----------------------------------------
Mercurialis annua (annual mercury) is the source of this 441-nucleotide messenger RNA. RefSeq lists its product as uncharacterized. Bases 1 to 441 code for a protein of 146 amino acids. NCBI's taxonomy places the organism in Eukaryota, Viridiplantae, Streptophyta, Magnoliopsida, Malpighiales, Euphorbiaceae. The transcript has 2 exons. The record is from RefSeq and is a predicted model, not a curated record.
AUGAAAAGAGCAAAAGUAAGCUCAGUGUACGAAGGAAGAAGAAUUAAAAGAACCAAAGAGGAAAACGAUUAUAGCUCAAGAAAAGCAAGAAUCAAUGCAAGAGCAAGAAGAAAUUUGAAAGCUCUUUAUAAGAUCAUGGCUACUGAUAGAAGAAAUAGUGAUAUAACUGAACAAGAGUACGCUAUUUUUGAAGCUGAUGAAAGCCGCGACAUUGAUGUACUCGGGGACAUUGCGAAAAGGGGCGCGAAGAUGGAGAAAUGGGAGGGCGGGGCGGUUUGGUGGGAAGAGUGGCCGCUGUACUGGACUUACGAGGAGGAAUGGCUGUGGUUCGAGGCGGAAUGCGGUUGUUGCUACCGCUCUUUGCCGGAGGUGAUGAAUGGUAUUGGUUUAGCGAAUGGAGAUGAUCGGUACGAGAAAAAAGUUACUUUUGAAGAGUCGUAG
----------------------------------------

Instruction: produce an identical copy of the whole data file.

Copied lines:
Mercurialis annua (annual mercury) is the source of this 441-nucleotide messenger RNA. RefSeq lists its product as uncharacterized. Bases 1 to 441 code for a protein of 146 amino acids. NCBI's taxonomy places the organism in Eukaryota, Viridiplantae, Streptophyta, Magnoliopsida, Malpighiales, Euphorbiaceae. The transcript has 2 exons. The record is from RefSeq and is a predicted model, not a curated record.
AUGAAAAGAGCAAAAGUAAGCUCAGUGUACGAAGGAAGAAGAAUUAAAAGAACCAAAGAGGAAAACGAUUAUAGCUCAAGAAAAGCAAGAAUCAAUGCAAGAGCAAGAAGAAAUUUGAAAGCUCUUUAUAAGAUCAUGGCUACUGAUAGAAGAAAUAGUGAUAUAACUGAACAAGAGUACGCUAUUUUUGAAGCUGAUGAAAGCCGCGACAUUGAUGUACUCGGGGACAUUGCGAAAAGGGGCGCGAAGAUGGAGAAAUGGGAGGGCGGGGCGGUUUGGUGGGAAGAGUGGCCGCUGUACUGGACUUACGAGGAGGAAUGGCUGUGGUUCGAGGCGGAAUGCGGUUGUUGCUACCGCUCUUUGCCGGAGGUGAUGAAUGGUAUUGGUUUAGCGAAUGGAGAUGAUCGGUACGAGAAAAAAGUUACUUUUGAAGAGUCGUAG